Rubber parking blocks contain mounted holes that are counter sunk. A counter sunk hole allows the head of a countersunk bolt or screw, when placed in the hole, to sit flush with or below the surface of the surrounding material. (Wikipedia) This method ensures the safety of tires as well as provides a clean, flush appearance to the parking block.
Injection Molded Commercial Parking Block
This block is 6 ft., includes 3 fasteners per block, and weighs approximately 16 lbs per block.
The blocks are ideal for most parking lots where the vehicles are cars, vans and light trucks.
The block is 100% recycled plastic, and is not solid, yet not hollow.
Like the recycled rubber block, it is compartmentalized. This means that it is molded with rubber compartments underneath of the block that transmit the weight of the car to the ground. The compartments spread across the bottom create a very strong and flexible block. If a parking space is not completely flat, the rubber block with mold itself to the pavement and naturally create a flat surface.
Industrial Parking Block
The block is 100% solid, recycled plastic.
The block comes in two lengths and corresponding weights: 6 ft. 30 lbs and 4ft. 20 lbs.
This is the strongest most durable block carried by the Parking Block Store, and comes with a lifetime warranty against breakage.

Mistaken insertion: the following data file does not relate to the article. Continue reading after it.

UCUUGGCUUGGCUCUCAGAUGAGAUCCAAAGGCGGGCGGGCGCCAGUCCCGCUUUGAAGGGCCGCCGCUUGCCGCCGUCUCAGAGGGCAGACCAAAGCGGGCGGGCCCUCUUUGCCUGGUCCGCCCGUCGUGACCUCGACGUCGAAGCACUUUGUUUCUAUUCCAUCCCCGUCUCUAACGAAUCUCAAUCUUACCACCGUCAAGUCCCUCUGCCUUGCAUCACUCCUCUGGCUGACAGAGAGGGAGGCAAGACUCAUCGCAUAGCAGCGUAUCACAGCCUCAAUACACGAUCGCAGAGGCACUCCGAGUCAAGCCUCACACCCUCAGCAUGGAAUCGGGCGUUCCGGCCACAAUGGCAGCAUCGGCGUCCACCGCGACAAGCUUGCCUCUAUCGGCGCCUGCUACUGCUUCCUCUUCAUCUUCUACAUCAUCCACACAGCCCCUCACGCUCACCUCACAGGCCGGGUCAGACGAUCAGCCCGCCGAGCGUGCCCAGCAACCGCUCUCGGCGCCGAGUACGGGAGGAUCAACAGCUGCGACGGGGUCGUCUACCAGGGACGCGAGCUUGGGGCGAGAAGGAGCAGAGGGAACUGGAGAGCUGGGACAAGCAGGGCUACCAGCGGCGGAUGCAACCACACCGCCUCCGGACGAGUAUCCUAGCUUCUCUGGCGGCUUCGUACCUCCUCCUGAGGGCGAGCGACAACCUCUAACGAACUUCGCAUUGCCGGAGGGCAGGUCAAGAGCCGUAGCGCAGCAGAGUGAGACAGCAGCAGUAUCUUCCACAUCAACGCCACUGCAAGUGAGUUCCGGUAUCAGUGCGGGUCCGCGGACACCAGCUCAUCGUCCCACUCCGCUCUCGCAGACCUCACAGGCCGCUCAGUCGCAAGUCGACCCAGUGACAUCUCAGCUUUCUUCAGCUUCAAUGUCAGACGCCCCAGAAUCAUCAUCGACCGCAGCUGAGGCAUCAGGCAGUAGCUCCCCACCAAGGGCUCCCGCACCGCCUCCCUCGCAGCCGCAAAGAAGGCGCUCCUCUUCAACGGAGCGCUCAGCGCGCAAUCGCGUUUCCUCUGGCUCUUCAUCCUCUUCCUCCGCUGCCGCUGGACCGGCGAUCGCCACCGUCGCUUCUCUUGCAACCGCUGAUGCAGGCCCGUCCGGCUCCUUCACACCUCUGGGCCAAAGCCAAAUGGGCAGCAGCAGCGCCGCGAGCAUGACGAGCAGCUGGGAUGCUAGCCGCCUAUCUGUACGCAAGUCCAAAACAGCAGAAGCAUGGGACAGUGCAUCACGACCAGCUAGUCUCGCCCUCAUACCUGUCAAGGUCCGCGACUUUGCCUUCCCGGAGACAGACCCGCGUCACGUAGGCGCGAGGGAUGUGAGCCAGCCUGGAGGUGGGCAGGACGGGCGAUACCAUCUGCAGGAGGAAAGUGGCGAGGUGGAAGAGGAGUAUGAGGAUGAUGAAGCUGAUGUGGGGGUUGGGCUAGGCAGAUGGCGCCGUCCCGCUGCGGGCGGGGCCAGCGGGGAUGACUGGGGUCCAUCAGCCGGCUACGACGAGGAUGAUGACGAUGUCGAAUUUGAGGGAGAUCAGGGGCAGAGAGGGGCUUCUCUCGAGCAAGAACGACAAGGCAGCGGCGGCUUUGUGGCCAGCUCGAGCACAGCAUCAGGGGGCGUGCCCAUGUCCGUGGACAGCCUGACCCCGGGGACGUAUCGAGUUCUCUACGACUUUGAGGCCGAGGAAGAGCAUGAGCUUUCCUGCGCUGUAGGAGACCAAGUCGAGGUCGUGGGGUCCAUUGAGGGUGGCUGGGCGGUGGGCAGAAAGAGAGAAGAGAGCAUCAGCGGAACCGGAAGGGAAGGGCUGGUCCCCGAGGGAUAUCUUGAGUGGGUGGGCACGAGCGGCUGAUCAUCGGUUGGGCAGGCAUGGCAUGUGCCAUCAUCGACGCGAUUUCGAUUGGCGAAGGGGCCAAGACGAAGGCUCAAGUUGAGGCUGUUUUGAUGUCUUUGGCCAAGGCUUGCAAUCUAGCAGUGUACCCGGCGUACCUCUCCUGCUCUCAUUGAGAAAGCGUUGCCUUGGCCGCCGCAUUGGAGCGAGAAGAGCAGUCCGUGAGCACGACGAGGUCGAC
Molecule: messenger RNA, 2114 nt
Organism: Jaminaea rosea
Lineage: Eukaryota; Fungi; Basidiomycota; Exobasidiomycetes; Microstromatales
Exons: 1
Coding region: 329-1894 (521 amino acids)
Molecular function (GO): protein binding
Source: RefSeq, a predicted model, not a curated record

Installation Options and Instructions
There are three separate installation fasteners included with the purchase of a parking block. The options and installation instructions are as follows:
STEEL SPIKE METHOD
12 inch galvanized steel spikes are recommended for asphalt and gravel surfaces.
Requirements for installation:
A) Solid plastic parking block
B) 1/2” x 12” plated steel spike for each hole in the speed bump
C) Two 4” strips of butyl adhesive tape (a strong sealant tape, a trimming knife)
D) A high speed hammer drill with a 3/8” masonry bit and
E) A sledge hammer for driving spikes
Note: Butyl tape is a strong sealant. The main advantage of butyl tape is that it combines the adhesive power of tape with the sealing power of caulk and other sealing products.
Steps for installation include:
A) Position the parking block in its installation position and, and, using its pre-drilled holes as templates, mark the location of each hole on the roadways surface.
B) Remove the parking block. Using a high-speed hammer drill with a 3/8″ masonry bit, drill a hole through the roadway surface at each marked location to avoid fracturing the asphalt with the spike.